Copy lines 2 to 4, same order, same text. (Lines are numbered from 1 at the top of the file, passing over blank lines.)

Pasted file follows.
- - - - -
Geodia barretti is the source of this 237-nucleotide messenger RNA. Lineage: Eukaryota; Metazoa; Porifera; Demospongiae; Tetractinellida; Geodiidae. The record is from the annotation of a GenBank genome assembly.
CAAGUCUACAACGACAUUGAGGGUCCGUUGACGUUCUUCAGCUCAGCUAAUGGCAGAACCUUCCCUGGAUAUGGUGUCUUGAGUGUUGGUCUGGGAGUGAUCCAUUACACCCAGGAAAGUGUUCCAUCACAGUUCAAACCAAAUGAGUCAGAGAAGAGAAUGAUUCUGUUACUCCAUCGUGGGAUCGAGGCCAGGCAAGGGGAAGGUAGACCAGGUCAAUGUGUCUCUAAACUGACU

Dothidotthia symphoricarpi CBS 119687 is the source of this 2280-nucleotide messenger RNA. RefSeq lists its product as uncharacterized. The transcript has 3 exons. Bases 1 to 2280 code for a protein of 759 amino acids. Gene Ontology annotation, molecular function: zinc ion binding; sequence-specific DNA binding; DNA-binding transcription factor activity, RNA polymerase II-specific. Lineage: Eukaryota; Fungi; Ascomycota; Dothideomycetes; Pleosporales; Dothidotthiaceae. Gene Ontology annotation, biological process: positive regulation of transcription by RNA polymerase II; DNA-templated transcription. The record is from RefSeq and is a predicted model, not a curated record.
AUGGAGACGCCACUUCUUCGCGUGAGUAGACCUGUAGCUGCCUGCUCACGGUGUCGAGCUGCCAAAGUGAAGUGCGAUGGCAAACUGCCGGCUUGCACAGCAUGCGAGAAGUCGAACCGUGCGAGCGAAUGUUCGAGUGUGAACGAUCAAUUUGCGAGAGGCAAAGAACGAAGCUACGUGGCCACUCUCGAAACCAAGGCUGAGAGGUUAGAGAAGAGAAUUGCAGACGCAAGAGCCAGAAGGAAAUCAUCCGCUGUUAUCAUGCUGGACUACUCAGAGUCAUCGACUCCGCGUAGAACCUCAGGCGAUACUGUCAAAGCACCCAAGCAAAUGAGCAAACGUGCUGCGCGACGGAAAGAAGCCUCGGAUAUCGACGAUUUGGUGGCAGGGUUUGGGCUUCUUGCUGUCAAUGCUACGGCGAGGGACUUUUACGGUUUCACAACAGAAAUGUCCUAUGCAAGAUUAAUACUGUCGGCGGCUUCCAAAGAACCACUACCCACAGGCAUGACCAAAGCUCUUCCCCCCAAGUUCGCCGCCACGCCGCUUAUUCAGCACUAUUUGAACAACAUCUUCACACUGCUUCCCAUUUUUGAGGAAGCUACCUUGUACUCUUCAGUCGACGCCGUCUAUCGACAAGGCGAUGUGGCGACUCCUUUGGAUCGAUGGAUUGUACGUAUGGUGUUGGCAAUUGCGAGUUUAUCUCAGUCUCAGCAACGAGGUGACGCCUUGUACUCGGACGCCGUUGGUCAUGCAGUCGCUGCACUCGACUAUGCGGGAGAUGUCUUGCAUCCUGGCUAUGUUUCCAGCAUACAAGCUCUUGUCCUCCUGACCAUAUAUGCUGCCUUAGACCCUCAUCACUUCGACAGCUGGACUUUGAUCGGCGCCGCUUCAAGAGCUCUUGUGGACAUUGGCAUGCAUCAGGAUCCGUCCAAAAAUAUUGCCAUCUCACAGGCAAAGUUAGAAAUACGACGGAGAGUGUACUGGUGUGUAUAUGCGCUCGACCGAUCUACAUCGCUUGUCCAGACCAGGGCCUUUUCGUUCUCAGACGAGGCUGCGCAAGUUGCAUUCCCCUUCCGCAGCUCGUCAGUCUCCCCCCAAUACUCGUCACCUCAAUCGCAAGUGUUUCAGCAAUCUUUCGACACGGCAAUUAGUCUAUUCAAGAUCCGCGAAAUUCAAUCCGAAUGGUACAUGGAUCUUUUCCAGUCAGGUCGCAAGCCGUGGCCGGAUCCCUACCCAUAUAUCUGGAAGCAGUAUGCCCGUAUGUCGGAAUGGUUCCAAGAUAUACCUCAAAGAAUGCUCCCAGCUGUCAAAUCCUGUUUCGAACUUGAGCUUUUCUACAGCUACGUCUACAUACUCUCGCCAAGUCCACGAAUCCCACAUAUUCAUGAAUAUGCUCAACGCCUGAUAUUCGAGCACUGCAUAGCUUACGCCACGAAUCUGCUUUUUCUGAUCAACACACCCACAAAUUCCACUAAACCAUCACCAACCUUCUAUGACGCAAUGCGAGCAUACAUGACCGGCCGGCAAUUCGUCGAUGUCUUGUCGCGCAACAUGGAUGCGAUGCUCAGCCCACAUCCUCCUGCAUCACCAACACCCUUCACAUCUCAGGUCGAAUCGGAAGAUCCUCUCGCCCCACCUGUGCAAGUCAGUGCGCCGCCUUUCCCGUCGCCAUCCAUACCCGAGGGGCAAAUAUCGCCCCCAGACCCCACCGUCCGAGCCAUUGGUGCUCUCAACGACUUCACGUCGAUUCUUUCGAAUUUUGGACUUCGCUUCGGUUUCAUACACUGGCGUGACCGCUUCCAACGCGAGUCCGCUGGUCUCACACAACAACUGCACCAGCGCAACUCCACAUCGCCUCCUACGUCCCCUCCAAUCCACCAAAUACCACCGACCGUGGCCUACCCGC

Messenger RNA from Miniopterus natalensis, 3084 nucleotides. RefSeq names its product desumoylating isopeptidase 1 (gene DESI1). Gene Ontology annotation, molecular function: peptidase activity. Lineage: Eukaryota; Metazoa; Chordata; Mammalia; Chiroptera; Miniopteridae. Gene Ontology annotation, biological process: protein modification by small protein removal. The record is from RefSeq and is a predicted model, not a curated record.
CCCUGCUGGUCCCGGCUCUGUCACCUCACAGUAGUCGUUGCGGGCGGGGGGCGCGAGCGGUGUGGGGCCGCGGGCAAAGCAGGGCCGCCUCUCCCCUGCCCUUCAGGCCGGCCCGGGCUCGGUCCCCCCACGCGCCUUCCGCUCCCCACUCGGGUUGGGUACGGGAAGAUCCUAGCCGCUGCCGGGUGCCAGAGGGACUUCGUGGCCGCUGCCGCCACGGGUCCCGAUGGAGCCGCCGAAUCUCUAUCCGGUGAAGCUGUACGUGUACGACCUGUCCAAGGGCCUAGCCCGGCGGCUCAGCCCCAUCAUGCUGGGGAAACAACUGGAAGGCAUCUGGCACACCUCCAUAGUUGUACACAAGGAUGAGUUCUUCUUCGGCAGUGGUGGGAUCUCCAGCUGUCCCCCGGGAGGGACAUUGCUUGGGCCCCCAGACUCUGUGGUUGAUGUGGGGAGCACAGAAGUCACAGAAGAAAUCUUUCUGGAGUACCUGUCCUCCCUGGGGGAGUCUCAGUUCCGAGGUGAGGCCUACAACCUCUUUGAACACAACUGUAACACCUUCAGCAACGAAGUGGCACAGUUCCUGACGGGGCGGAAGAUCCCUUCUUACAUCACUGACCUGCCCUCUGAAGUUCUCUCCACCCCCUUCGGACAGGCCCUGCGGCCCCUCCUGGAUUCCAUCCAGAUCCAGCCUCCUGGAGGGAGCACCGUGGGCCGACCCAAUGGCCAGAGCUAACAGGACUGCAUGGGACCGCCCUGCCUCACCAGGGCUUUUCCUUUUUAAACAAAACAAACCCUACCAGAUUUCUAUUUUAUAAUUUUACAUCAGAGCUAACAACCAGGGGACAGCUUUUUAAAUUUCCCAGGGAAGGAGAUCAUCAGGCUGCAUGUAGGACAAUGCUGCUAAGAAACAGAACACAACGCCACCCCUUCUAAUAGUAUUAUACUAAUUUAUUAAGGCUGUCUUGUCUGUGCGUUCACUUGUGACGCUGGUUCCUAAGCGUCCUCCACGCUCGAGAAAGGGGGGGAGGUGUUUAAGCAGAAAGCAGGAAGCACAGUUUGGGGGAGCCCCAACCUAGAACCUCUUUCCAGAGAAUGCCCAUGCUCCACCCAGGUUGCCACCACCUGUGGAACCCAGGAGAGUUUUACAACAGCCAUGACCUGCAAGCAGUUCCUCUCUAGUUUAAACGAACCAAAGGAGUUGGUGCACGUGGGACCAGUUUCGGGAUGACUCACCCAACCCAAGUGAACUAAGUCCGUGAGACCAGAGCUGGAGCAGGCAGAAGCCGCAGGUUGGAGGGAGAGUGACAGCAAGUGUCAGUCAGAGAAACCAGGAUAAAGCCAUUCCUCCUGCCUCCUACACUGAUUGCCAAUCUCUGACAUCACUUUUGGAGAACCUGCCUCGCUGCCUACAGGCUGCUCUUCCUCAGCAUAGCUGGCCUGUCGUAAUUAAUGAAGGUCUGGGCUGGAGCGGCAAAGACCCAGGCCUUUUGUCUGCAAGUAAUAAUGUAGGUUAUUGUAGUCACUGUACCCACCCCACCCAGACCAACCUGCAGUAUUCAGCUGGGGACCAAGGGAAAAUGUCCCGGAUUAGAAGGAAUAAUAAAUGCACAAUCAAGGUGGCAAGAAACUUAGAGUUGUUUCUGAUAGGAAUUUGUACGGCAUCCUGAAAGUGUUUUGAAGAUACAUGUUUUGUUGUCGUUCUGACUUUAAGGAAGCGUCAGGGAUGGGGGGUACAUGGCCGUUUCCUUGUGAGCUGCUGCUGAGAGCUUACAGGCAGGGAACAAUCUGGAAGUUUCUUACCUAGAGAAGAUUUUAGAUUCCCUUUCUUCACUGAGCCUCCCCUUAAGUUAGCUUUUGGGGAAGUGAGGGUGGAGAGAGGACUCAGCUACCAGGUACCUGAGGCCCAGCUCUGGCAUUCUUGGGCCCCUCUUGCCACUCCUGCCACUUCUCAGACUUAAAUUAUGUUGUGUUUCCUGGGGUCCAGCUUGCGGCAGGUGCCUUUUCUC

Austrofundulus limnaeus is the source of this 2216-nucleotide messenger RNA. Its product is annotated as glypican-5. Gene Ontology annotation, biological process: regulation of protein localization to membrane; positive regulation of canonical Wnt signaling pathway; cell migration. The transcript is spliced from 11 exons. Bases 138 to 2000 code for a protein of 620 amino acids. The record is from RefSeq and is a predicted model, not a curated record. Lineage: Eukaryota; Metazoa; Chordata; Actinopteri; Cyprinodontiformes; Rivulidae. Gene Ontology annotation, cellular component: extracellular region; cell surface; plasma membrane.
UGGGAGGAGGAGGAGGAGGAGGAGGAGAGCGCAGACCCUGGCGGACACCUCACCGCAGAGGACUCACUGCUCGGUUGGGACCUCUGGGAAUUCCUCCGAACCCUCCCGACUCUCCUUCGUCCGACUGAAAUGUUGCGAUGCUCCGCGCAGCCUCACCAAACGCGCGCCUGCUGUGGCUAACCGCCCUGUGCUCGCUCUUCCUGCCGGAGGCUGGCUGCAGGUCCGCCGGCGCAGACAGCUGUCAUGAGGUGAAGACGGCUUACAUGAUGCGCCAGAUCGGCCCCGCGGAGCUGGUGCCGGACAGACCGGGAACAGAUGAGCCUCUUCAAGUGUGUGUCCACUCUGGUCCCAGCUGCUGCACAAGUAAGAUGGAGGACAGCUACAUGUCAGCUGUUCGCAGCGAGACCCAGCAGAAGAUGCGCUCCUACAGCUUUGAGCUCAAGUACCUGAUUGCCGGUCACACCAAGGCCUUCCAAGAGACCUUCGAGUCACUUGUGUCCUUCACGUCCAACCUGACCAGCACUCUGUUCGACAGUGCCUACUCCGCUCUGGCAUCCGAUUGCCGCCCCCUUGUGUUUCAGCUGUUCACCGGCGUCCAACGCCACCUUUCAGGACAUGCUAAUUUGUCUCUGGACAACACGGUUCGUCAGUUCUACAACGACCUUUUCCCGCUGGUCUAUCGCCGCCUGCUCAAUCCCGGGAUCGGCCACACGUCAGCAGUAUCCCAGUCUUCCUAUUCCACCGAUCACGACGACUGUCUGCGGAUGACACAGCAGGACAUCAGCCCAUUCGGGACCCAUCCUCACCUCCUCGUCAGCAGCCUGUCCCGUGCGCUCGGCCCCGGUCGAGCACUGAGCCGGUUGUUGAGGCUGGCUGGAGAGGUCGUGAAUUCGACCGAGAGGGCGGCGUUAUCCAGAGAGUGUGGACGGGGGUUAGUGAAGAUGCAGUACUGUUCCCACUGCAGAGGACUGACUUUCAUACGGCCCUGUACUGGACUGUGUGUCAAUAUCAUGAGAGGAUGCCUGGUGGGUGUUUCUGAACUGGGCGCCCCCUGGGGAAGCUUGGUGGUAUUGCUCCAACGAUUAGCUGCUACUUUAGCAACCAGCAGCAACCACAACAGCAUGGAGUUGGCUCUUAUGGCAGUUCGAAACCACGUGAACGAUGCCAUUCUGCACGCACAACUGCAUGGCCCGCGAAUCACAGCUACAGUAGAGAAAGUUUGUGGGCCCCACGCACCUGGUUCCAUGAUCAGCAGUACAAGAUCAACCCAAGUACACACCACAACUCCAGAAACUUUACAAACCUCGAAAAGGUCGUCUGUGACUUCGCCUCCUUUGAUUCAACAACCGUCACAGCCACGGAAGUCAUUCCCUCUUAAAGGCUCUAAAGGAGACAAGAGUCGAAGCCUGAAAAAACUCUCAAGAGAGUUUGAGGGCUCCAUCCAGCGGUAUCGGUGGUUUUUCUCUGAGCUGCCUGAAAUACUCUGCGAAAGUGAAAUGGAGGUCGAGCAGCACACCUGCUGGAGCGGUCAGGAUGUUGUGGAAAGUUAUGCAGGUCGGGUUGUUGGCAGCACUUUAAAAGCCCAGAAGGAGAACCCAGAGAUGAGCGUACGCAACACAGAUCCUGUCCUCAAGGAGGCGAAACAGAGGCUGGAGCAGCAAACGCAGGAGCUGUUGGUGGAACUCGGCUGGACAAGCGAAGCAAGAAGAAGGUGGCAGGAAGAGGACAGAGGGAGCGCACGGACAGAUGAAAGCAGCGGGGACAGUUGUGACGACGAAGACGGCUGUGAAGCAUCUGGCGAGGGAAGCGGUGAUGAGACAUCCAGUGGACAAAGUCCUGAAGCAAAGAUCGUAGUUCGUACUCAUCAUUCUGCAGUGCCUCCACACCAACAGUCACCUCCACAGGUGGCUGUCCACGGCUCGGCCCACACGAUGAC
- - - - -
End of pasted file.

CAAGUCUACAACGACAUUGAGGGUCCGUUGACGUUCUUCAGCUCAGCUAAUGGCAGAACCUUCCCUGGAUAUGGUGUCUUGAGUGUUGGUCUGGGAGUGAUCCAUUACACCCAGGAAAGUGUUCCAUCACAGUUCAAACCAAAUGAGUCAGAGAAGAGAAUGAUUCUGUUACUCCAUCGUGGGAUCGAGGCCAGGCAAGGGGAAGGUAGACCAGGUCAAUGUGUCUCUAAACUGACU

Dothidotthia symphoricarpi CBS 119687 is the source of this 2280-nucleotide messenger RNA. RefSeq lists its product as uncharacterized. The transcript has 3 exons. Bases 1 to 2280 code for a protein of 759 amino acids. Gene Ontology annotation, molecular function: zinc ion binding; sequence-specific DNA binding; DNA-binding transcription factor activity, RNA polymerase II-specific. Lineage: Eukaryota; Fungi; Ascomycota; Dothideomycetes; Pleosporales; Dothidotthiaceae. Gene Ontology annotation, biological process: positive regulation of transcription by RNA polymerase II; DNA-templated transcription. The record is from RefSeq and is a predicted model, not a curated record.
AUGGAGACGCCACUUCUUCGCGUGAGUAGACCUGUAGCUGCCUGCUCACGGUGUCGAGCUGCCAAAGUGAAGUGCGAUGGCAAACUGCCGGCUUGCACAGCAUGCGAGAAGUCGAACCGUGCGAGCGAAUGUUCGAGUGUGAACGAUCAAUUUGCGAGAGGCAAAGAACGAAGCUACGUGGCCACUCUCGAAACCAAGGCUGAGAGGUUAGAGAAGAGAAUUGCAGACGCAAGAGCCAGAAGGAAAUCAUCCGCUGUUAUCAUGCUGGACUACUCAGAGUCAUCGACUCCGCGUAGAACCUCAGGCGAUACUGUCAAAGCACCCAAGCAAAUGAGCAAACGUGCUGCGCGACGGAAAGAAGCCUCGGAUAUCGACGAUUUGGUGGCAGGGUUUGGGCUUCUUGCUGUCAAUGCUACGGCGAGGGACUUUUACGGUUUCACAACAGAAAUGUCCUAUGCAAGAUUAAUACUGUCGGCGGCUUCCAAAGAACCACUACCCACAGGCAUGACCAAAGCUCUUCCCCCCAAGUUCGCCGCCACGCCGCUUAUUCAGCACUAUUUGAACAACAUCUUCACACUGCUUCCCAUUUUUGAGGAAGCUACCUUGUACUCUUCAGUCGACGCCGUCUAUCGACAAGGCGAUGUGGCGACUCCUUUGGAUCGAUGGAUUGUACGUAUGGUGUUGGCAAUUGCGAGUUUAUCUCAGUCUCAGCAACGAGGUGACGCCUUGUACUCGGACGCCGUUGGUCAUGCAGUCGCUGCACUCGACUAUGCGGGAGAUGUCUUGCAUCCUGGCUAUGUUUCCAGCAUACAAGCUCUUGUCCUCCUGACCAUAUAUGCUGCCUUAGACCCUCAUCACUUCGACAGCUGGACUUUGAUCGGCGCCGCUUCAAGAGCUCUUGUGGACAUUGGCAUGCAUCAGGAUCCGUCCAAAAAUAUUGCCAUCUCACAGGCAAAGUUAGAAAUACGACGGAGAGUGUACUGGUGUGUAUAUGCGCUCGACCGAUCUACAUCGCUUGUCCAGACCAGGGCCUUUUCGUUCUCAGACGAGGCUGCGCAAGUUGCAUUCCCCUUCCGCAGCUCGUCAGUCUCCCCCCAAUACUCGUCACCUCAAUCGCAAGUGUUUCAGCAAUCUUUCGACACGGCAAUUAGUCUAUUCAAGAUCCGCGAAAUUCAAUCCGAAUGGUACAUGGAUCUUUUCCAGUCAGGUCGCAAGCCGUGGCCGGAUCCCUACCCAUAUAUCUGGAAGCAGUAUGCCCGUAUGUCGGAAUGGUUCCAAGAUAUACCUCAAAGAAUGCUCCCAGCUGUCAAAUCCUGUUUCGAACUUGAGCUUUUCUACAGCUACGUCUACAUACUCUCGCCAAGUCCACGAAUCCCACAUAUUCAUGAAUAUGCUCAACGCCUGAUAUUCGAGCACUGCAUAGCUUACGCCACGAAUCUGCUUUUUCUGAUCAACACACCCACAAAUUCCACUAAACCAUCACCAACCUUCUAUGACGCAAUGCGAGCAUACAUGACCGGCCGGCAAUUCGUCGAUGUCUUGUCGCGCAACAUGGAUGCGAUGCUCAGCCCACAUCCUCCUGCAUCACCAACACCCUUCACAUCUCAGGUCGAAUCGGAAGAUCCUCUCGCCCCACCUGUGCAAGUCAGUGCGCCGCCUUUCCCGUCGCCAUCCAUACCCGAGGGGCAAAUAUCGCCCCCAGACCCCACCGUCCGAGCCAUUGGUGCUCUCAACGACUUCACGUCGAUUCUUUCGAAUUUUGGACUUCGCUUCGGUUUCAUACACUGGCGUGACCGCUUCCAACGCGAGUCCGCUGGUCUCACACAACAACUGCACCAGCGCAACUCCACAUCGCCUCCUACGUCCCCUCCAAUCCACCAAAUACCACCGACCGUGGCCUACCCGC